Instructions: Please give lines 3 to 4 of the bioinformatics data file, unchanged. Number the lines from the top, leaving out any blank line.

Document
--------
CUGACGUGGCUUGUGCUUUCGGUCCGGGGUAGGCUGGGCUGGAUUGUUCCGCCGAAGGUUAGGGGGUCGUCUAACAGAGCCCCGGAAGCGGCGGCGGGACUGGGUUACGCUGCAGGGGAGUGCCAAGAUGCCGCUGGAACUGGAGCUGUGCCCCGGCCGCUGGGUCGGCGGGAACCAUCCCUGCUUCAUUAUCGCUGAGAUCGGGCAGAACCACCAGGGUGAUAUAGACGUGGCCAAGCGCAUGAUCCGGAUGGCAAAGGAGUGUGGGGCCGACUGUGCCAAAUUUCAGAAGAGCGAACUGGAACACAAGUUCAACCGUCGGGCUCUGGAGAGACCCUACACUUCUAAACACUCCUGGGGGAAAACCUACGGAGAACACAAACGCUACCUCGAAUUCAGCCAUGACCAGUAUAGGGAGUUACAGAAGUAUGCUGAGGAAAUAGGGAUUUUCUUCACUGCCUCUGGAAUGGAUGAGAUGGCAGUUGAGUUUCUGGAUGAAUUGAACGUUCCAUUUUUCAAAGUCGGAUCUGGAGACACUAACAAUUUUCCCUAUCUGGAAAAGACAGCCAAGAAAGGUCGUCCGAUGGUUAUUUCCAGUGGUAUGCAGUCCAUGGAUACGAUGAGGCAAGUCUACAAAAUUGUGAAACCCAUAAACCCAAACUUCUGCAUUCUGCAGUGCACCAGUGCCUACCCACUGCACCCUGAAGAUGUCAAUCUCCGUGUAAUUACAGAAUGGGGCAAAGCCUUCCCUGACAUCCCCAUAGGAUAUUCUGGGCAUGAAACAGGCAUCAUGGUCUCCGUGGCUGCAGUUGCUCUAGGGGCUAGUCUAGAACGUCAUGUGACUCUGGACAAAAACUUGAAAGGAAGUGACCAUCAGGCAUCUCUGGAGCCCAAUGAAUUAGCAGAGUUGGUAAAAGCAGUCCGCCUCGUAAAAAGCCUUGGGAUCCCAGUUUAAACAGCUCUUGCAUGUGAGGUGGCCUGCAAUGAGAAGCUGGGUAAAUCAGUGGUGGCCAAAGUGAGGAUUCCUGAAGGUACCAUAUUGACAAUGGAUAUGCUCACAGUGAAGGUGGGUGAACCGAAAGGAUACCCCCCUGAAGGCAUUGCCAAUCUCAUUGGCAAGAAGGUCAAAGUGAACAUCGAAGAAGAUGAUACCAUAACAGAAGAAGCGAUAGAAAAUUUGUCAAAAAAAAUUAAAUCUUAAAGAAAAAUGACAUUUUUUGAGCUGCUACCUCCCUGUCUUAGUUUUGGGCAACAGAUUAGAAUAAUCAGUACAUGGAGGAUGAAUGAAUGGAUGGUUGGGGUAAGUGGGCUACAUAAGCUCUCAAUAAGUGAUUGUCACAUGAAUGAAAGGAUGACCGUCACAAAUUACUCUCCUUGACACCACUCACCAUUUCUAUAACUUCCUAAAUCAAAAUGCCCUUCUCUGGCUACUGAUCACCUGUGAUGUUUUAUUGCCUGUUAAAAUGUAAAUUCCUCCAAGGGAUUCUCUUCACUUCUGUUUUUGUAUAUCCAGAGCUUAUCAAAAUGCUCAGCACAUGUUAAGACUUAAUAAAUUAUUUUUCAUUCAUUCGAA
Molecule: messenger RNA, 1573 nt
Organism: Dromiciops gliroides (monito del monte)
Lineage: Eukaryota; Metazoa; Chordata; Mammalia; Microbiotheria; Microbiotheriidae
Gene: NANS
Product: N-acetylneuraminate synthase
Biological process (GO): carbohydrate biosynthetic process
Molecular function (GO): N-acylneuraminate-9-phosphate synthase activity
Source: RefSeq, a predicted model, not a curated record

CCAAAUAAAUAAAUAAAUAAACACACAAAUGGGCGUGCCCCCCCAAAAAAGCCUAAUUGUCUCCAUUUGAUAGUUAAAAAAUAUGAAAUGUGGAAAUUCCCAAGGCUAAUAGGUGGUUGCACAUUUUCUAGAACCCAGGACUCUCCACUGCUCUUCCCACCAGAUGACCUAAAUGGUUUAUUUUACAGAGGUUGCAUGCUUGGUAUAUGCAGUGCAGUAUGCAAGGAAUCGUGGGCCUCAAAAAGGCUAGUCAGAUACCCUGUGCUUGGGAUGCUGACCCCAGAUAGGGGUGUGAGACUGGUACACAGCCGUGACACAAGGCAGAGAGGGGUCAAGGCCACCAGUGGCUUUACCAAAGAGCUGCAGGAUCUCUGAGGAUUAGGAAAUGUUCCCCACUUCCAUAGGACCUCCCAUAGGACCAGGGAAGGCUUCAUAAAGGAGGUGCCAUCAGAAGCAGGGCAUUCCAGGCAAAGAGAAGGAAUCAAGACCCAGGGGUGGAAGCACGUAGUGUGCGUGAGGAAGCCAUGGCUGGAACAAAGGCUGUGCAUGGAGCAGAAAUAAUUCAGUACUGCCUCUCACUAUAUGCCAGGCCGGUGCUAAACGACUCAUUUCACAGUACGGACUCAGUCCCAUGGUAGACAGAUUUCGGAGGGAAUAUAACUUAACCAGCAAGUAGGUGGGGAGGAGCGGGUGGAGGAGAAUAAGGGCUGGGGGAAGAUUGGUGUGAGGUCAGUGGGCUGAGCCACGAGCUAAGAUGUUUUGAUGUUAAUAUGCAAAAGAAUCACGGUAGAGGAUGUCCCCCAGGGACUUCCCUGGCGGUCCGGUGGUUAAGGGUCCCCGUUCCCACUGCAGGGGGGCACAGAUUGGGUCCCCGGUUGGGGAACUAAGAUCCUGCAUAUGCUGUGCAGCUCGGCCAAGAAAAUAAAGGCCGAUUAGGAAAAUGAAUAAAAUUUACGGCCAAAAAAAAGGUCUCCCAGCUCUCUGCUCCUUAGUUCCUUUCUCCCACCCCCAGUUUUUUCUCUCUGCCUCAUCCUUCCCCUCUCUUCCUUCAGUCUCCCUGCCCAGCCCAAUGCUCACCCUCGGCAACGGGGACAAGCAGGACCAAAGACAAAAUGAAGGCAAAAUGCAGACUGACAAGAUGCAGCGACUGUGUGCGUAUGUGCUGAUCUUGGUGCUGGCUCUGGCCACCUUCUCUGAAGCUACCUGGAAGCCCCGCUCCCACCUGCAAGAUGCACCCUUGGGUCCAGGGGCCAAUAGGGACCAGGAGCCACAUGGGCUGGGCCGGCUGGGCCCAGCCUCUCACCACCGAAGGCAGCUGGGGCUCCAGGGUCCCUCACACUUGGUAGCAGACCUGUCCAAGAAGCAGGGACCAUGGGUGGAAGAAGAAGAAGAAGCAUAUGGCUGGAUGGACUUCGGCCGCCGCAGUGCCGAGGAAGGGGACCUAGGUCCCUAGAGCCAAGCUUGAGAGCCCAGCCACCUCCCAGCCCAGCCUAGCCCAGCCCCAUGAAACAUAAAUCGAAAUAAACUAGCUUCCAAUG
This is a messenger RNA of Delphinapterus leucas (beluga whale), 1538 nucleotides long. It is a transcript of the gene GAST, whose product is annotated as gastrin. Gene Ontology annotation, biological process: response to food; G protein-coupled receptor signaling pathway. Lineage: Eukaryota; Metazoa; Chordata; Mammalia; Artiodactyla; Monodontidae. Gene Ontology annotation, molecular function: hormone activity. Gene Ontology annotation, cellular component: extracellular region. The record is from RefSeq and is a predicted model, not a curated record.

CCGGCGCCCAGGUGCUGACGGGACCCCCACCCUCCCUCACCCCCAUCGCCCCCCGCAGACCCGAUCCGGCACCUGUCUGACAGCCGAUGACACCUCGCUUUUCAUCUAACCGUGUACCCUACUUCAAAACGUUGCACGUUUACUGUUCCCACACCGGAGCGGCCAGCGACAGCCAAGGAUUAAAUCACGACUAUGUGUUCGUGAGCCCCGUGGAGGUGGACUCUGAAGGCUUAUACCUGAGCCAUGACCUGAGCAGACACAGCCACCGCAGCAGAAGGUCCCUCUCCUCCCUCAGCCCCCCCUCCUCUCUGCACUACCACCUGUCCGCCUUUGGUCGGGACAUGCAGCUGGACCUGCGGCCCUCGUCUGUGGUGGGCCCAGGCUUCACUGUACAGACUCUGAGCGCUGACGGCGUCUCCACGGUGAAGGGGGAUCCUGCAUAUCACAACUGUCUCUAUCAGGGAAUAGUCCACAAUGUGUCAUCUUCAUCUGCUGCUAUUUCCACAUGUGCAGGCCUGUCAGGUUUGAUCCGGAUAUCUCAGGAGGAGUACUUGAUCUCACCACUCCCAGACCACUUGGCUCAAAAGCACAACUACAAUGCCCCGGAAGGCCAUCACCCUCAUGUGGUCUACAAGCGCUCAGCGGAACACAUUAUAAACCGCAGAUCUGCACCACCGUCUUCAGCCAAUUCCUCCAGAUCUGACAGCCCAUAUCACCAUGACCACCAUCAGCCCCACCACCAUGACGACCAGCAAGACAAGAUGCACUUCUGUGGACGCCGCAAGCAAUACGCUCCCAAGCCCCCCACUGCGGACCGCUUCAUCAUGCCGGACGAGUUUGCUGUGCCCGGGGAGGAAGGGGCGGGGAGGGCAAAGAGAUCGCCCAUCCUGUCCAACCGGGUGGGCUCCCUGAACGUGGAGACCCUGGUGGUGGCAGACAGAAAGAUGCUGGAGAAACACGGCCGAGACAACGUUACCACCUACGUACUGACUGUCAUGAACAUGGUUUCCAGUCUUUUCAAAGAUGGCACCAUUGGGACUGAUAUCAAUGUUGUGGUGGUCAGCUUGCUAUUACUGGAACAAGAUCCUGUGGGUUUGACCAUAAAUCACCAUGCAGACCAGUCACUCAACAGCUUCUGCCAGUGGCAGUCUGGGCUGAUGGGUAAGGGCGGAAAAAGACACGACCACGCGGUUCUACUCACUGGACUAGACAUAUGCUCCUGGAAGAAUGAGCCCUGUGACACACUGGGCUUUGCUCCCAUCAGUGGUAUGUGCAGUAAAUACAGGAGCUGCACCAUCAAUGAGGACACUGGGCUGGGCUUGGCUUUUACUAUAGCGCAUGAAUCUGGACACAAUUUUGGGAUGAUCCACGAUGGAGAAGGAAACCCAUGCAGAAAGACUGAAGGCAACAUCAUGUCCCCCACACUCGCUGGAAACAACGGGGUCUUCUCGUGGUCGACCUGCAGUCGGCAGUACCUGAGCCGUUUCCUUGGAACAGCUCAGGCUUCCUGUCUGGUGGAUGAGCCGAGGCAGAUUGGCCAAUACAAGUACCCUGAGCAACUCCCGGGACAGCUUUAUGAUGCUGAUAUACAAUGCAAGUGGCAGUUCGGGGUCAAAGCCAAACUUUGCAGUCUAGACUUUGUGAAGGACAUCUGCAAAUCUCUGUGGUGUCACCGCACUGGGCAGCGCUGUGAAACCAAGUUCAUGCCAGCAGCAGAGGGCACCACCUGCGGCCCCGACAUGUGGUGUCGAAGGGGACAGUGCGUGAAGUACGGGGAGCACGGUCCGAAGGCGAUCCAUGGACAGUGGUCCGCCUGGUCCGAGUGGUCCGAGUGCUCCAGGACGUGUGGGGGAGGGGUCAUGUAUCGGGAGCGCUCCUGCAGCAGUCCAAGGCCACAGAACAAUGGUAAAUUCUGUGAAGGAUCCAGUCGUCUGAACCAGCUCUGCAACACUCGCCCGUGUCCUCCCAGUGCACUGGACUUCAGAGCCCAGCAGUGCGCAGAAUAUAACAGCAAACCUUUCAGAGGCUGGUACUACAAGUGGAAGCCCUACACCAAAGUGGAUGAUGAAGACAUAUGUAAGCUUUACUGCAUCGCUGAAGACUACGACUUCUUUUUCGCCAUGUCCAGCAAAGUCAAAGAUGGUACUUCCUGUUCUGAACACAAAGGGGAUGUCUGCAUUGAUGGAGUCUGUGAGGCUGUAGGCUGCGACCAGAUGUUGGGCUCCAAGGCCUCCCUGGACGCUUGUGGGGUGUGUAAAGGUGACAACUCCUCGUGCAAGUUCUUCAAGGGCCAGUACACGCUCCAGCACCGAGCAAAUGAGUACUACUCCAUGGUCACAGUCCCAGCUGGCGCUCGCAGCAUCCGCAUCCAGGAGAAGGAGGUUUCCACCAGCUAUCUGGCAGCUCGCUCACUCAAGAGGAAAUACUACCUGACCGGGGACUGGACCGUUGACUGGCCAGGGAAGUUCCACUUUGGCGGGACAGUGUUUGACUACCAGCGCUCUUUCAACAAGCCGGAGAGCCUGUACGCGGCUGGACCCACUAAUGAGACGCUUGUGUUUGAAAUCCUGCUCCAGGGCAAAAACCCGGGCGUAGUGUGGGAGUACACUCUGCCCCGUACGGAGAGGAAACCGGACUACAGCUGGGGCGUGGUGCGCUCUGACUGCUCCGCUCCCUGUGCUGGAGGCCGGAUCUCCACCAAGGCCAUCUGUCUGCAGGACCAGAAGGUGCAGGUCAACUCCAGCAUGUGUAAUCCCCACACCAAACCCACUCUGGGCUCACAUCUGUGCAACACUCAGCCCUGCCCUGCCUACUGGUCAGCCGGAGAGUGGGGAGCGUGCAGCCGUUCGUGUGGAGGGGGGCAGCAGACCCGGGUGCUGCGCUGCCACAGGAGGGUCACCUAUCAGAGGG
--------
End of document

Organism: Dromiciops gliroides (monito del monte)
Lineage: Eukaryota; Metazoa; Chordata; Mammalia; Microbiotheria; Microbiotheriidae